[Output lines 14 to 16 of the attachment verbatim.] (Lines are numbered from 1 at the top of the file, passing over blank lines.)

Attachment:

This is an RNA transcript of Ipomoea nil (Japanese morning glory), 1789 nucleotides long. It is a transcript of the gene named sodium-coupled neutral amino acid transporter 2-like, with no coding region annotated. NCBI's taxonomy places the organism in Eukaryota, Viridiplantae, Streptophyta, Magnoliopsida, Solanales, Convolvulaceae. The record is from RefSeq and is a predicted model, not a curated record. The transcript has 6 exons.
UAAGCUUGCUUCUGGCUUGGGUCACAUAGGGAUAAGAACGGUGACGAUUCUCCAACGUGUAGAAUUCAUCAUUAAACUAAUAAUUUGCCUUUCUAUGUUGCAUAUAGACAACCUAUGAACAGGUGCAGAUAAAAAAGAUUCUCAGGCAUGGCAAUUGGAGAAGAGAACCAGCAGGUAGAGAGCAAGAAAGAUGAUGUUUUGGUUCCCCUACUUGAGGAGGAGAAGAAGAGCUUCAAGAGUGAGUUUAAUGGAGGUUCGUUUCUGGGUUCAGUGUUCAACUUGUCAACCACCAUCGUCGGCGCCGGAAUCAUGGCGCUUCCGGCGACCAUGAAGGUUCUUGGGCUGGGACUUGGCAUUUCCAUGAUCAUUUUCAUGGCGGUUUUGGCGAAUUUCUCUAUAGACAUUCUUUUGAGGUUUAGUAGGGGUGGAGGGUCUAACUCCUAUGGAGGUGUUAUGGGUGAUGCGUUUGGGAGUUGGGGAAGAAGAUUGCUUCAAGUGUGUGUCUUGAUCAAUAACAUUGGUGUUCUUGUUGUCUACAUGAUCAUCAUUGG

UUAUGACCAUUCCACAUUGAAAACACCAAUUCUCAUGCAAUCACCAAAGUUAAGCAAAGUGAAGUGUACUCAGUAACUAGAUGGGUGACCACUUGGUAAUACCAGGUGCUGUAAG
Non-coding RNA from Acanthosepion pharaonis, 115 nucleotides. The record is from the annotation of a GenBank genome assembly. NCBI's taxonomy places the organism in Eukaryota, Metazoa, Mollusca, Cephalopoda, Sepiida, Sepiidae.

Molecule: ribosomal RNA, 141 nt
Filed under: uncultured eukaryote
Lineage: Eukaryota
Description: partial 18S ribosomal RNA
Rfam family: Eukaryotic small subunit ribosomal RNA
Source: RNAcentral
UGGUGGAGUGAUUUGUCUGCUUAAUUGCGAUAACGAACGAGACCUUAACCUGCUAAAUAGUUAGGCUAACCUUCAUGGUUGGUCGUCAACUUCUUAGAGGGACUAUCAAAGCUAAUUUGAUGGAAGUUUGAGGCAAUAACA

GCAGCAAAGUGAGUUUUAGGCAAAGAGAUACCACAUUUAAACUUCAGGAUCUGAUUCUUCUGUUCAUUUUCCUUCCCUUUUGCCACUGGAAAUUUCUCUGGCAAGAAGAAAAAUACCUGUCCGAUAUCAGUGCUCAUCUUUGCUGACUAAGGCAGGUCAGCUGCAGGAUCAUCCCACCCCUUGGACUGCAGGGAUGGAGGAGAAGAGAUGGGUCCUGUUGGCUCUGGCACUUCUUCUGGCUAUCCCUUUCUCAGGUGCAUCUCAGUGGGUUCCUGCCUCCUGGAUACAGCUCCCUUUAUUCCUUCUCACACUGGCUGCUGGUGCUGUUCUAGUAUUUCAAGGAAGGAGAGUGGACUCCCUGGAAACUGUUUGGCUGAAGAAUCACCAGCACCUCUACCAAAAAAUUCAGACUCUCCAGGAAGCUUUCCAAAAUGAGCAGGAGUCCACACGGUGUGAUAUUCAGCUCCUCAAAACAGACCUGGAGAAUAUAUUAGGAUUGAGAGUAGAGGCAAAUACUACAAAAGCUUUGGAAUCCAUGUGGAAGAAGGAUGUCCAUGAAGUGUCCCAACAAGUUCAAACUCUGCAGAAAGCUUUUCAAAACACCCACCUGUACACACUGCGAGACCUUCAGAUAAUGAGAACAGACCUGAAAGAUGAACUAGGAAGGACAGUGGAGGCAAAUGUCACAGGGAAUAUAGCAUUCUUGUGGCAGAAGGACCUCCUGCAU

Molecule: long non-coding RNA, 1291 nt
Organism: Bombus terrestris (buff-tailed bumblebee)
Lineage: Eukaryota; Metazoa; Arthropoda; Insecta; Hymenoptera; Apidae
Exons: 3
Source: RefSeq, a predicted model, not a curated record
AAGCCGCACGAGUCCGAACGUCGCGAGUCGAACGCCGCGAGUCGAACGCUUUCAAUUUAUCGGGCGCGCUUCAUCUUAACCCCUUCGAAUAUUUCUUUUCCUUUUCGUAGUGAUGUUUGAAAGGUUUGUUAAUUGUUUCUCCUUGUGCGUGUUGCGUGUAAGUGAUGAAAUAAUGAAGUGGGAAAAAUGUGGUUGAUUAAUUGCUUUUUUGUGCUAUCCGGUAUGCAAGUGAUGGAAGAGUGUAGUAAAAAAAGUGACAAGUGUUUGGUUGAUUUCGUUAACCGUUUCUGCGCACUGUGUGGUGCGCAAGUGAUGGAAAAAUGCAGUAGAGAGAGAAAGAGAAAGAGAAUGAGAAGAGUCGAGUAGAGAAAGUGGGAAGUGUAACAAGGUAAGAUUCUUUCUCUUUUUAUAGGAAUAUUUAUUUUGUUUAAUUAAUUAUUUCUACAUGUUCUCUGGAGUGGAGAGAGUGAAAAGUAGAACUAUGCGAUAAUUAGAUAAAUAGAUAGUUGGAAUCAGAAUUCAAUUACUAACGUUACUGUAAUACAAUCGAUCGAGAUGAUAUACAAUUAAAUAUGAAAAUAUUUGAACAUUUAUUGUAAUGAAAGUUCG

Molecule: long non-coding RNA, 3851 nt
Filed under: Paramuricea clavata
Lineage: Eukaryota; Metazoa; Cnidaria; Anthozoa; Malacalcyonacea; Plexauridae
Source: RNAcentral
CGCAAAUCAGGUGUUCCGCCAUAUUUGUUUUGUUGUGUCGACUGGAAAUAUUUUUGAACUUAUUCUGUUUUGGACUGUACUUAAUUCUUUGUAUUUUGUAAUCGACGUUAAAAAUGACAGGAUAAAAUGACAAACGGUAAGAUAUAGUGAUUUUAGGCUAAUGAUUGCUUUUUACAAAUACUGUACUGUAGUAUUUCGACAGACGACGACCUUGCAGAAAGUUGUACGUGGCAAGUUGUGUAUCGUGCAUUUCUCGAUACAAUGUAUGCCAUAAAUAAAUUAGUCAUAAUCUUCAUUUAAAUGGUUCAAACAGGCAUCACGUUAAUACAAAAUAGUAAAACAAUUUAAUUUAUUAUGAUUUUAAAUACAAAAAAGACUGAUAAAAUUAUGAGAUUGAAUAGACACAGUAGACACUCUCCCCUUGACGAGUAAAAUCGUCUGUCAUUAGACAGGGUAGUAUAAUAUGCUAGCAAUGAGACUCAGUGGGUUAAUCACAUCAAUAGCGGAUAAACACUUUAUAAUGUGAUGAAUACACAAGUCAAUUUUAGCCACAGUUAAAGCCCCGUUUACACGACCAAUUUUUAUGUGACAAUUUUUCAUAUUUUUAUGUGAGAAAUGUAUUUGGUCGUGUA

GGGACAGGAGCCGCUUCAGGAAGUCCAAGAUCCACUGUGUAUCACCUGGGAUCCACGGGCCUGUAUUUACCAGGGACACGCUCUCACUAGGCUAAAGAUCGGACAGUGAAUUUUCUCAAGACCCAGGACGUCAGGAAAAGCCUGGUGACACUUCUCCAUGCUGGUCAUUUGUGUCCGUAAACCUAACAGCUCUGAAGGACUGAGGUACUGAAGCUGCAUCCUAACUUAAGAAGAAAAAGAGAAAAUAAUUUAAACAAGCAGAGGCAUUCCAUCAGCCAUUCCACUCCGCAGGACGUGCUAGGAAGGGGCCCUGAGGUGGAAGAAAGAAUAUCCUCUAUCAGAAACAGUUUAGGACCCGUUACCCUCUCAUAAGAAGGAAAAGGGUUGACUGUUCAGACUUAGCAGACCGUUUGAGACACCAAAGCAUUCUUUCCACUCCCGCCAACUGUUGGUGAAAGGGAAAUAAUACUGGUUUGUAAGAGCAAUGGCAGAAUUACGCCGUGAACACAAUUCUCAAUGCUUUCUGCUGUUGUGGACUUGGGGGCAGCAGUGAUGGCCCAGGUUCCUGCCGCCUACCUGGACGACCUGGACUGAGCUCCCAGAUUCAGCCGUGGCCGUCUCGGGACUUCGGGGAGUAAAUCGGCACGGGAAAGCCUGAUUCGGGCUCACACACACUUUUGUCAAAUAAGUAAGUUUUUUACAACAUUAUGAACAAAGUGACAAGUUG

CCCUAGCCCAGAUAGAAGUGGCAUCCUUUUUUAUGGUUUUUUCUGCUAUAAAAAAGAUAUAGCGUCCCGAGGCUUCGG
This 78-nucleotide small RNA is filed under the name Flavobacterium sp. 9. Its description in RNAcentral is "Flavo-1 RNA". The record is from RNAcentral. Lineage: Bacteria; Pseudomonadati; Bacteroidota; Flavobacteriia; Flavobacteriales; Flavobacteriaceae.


Organism: Bombus terrestris (buff-tailed bumblebee)
Lineage: Eukaryota; Metazoa; Arthropoda; Insecta; Hymenoptera; Apidae
Exons: 3